32. r0b 32

    ak – thanks for your kind words in a thread just before the election, and thanks too for your heartfelt and excellent contributions here.

    I’m in complete agreement with you re Helen. A class act from start to finish. Her place in history as one of our great PMs is secure, and the clean break she has made was classic Helen, firm, decisive, no nonsense. We’re going to miss her, and Michael Cullen too. What a team,

    Speaking of fare wells, I’m not going to be about here so much for a few months. I’m shortly off overseas in circumstances that will leave me with infrequent internet access. I might be popping up occasionally, but not as regularly as in the past. I think that The Standard is going to have an important role to play in the years ahead however, and I look forward to participating – I’ll be back.

    Go well friends.

  33. Billy 33

    I’m not going to be about here so much for a few months.

    I’m sorry to hear that. I will miss you, you old commie.

  34. ak 34

    Thanks r0b and all the best, contemplating something similar myself, look forward to your return.
    Zai jian (just guessing)

  35. Chess Player 35

    Cheers r0b, enjoy your trip,

    Presumably you have sufficient carbon credits in the bank to counteract your environmental impact from flying?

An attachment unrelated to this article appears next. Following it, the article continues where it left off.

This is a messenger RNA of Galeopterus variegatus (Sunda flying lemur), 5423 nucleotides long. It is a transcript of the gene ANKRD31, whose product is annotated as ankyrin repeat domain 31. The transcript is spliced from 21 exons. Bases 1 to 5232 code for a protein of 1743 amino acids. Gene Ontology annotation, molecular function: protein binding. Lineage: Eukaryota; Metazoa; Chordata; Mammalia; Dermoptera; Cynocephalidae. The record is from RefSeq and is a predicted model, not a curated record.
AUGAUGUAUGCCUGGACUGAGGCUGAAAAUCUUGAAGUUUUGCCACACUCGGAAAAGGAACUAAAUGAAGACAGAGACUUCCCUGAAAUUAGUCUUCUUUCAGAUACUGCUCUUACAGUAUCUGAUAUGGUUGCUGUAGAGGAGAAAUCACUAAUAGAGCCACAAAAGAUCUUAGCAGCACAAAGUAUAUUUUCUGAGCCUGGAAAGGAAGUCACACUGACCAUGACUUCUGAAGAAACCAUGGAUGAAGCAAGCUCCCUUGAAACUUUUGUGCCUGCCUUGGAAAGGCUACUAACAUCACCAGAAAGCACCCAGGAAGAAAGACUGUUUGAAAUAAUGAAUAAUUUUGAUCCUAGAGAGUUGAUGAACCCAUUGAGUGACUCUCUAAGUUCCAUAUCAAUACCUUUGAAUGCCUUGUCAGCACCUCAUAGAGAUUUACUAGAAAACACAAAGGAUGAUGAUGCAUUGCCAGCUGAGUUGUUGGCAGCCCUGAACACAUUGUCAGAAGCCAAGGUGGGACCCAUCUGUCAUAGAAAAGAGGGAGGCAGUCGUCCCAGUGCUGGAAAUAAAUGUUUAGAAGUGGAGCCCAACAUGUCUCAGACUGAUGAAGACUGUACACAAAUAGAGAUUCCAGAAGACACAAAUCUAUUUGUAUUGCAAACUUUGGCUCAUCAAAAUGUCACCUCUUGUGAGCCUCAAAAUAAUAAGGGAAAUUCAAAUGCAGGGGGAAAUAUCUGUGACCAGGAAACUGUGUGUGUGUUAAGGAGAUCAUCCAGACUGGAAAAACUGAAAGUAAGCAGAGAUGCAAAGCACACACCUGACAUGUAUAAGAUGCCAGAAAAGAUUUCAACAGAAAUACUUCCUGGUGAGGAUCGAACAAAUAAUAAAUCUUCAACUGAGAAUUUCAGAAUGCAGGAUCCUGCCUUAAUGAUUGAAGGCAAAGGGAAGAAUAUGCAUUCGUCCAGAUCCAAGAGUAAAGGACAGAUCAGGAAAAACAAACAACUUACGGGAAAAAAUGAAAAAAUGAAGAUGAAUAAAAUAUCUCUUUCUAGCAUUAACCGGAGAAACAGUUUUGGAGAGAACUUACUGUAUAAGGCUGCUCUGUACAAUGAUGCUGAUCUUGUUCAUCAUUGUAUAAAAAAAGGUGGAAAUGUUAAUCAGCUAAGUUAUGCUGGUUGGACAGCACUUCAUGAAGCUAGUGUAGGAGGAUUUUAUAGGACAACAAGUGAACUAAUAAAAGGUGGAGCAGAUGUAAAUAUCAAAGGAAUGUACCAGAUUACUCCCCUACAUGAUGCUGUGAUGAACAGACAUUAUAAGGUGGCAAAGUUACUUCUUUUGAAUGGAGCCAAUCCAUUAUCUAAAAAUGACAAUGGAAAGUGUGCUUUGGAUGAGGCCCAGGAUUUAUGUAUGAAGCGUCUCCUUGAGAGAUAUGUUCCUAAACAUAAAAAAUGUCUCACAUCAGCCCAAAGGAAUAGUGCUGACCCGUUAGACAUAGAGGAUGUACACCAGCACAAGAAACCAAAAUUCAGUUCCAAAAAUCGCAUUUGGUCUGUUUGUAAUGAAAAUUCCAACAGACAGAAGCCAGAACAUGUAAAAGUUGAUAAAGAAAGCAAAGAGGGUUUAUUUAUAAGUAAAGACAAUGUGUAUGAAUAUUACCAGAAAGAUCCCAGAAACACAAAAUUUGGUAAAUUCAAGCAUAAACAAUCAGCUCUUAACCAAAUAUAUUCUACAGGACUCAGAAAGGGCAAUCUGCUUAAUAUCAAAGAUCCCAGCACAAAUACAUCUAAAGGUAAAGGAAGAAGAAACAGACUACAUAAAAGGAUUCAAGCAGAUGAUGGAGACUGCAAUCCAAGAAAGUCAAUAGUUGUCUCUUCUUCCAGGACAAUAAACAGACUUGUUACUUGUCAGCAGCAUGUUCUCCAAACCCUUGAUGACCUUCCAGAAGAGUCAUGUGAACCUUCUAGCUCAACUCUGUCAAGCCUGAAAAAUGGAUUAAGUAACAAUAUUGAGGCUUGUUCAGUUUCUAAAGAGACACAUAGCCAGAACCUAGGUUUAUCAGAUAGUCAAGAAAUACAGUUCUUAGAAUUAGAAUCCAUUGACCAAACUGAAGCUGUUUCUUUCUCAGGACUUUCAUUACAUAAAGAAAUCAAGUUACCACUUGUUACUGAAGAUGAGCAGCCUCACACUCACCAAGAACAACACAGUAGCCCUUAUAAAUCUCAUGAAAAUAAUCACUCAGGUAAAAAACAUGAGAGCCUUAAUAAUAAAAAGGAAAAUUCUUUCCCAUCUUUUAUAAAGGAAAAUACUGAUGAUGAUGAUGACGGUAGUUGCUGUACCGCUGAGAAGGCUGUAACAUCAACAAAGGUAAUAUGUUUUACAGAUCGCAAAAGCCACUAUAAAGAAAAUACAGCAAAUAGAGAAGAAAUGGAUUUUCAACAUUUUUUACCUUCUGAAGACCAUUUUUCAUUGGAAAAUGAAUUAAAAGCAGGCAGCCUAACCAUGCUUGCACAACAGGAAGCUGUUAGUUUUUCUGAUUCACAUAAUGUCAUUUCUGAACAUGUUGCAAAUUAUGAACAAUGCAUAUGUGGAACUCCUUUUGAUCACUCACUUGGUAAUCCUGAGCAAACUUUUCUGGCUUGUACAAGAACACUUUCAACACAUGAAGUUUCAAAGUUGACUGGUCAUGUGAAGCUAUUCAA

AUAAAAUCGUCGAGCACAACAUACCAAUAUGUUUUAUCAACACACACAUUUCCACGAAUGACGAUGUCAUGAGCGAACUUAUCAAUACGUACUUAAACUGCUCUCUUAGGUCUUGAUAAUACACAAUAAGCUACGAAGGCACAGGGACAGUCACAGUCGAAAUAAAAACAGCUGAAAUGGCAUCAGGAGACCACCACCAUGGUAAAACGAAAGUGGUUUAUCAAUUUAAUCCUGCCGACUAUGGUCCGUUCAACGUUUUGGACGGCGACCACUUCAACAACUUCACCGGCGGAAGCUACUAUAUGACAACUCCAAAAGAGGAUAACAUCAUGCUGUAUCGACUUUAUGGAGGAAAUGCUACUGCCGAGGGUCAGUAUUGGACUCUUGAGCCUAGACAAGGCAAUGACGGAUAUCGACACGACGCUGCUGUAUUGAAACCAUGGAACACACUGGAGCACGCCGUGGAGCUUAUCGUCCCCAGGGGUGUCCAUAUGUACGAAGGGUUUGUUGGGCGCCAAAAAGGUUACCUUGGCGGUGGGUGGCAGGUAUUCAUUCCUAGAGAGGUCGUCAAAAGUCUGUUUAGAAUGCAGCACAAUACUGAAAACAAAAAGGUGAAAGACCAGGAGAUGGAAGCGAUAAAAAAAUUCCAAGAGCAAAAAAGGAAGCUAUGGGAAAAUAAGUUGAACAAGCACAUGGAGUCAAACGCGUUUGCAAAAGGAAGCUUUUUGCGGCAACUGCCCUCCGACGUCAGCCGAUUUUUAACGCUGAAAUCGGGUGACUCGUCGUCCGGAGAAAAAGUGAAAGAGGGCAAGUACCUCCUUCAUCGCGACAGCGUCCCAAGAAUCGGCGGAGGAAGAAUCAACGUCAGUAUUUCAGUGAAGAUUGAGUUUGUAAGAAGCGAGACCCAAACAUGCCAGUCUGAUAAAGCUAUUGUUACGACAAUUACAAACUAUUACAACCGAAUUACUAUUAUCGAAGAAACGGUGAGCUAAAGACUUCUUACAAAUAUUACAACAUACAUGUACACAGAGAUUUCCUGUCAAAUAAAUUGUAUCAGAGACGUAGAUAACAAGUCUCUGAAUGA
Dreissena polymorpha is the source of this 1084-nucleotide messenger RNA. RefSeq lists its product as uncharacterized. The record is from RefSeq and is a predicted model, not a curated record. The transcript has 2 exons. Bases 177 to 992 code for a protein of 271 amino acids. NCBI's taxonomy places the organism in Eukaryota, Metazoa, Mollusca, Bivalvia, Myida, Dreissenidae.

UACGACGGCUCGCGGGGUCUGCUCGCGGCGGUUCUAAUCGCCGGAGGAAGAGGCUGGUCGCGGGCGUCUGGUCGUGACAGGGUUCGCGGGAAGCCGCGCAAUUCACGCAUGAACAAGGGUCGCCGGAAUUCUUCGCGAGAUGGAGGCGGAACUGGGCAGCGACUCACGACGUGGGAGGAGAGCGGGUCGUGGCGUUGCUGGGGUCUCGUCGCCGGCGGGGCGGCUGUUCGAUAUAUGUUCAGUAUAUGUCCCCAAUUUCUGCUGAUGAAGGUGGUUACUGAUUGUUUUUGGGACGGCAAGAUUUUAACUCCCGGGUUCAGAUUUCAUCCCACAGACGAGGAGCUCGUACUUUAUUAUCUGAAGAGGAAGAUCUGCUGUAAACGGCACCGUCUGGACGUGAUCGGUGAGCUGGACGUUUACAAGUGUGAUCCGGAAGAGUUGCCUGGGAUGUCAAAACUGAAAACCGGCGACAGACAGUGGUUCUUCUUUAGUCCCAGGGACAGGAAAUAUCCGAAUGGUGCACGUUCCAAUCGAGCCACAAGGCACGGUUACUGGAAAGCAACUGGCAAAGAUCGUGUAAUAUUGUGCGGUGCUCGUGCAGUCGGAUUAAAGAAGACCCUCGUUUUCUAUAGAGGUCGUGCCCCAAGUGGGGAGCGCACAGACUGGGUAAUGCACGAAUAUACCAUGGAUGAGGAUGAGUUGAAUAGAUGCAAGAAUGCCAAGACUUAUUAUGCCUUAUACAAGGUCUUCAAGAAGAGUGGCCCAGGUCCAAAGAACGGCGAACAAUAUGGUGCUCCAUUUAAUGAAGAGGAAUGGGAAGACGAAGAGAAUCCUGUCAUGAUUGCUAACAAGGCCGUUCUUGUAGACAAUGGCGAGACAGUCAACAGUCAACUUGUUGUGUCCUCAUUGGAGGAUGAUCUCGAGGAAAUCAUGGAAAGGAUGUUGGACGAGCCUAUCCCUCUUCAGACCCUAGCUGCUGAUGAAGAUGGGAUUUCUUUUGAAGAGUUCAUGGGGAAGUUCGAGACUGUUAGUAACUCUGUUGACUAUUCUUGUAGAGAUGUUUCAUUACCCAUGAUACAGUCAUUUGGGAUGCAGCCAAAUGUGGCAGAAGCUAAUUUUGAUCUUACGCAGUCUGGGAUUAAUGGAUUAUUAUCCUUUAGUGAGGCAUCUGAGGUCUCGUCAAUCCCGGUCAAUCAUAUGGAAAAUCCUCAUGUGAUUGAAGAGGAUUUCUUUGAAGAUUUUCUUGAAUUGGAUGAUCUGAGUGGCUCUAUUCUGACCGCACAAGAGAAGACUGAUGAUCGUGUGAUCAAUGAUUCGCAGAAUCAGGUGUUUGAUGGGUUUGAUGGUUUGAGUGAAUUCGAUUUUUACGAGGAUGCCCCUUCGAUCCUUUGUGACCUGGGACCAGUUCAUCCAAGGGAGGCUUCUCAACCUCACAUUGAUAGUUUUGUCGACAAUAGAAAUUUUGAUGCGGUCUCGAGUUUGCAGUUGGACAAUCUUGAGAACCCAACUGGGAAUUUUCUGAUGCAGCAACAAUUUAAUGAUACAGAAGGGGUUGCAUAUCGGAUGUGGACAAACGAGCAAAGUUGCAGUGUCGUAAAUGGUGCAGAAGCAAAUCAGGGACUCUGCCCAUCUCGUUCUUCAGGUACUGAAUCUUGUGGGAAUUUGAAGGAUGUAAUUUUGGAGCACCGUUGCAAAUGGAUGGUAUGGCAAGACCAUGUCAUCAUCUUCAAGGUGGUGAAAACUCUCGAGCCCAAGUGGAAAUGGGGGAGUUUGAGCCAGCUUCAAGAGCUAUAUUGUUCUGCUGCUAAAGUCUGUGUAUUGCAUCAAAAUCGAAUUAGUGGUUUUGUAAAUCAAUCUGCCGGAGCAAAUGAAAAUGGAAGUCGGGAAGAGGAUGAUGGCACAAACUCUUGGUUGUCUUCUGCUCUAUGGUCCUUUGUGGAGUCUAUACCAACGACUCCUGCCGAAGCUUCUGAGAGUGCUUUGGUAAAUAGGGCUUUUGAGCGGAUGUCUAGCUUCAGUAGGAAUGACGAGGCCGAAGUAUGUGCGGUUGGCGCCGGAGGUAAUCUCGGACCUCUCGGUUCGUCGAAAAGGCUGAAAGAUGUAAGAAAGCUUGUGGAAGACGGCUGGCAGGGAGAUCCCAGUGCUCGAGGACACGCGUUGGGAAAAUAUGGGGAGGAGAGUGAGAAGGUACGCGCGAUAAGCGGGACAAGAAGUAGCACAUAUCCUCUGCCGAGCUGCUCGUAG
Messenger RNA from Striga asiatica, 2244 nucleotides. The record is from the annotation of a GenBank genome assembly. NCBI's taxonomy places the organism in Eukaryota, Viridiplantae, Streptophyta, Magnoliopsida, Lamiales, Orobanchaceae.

36. s ryan 36

    while i grew up reading lots of stuff about social justice and my forefathers were indeed men of the wig i recently discoverd to my horror that there is thing called double entry book keeping.now unless someone has a model for the transfer of money that does not involve the exchange of good and services then im afraid the impervatives of the market will prevail longer after the regulation of the money system is attempted yet again. if you want goods and services for no money then create the system. even doctor cullen was unable to create a new order and make it work. im afraid the coming deficits are going speak for themselves im afraid.

  37. r0b 37

    Billy: I’m sorry to hear that. I will miss you, you old commie.

    Don’t worry you young fascist, it’s still a while before I leave, and I’ll be back. Wouldn’t want to miss holding this new government to account.

    ak – close. Pottu varan.

    CP – I’ll take a wild guess that I’ve planted more trees than you! But you’re right, I need to look in to that.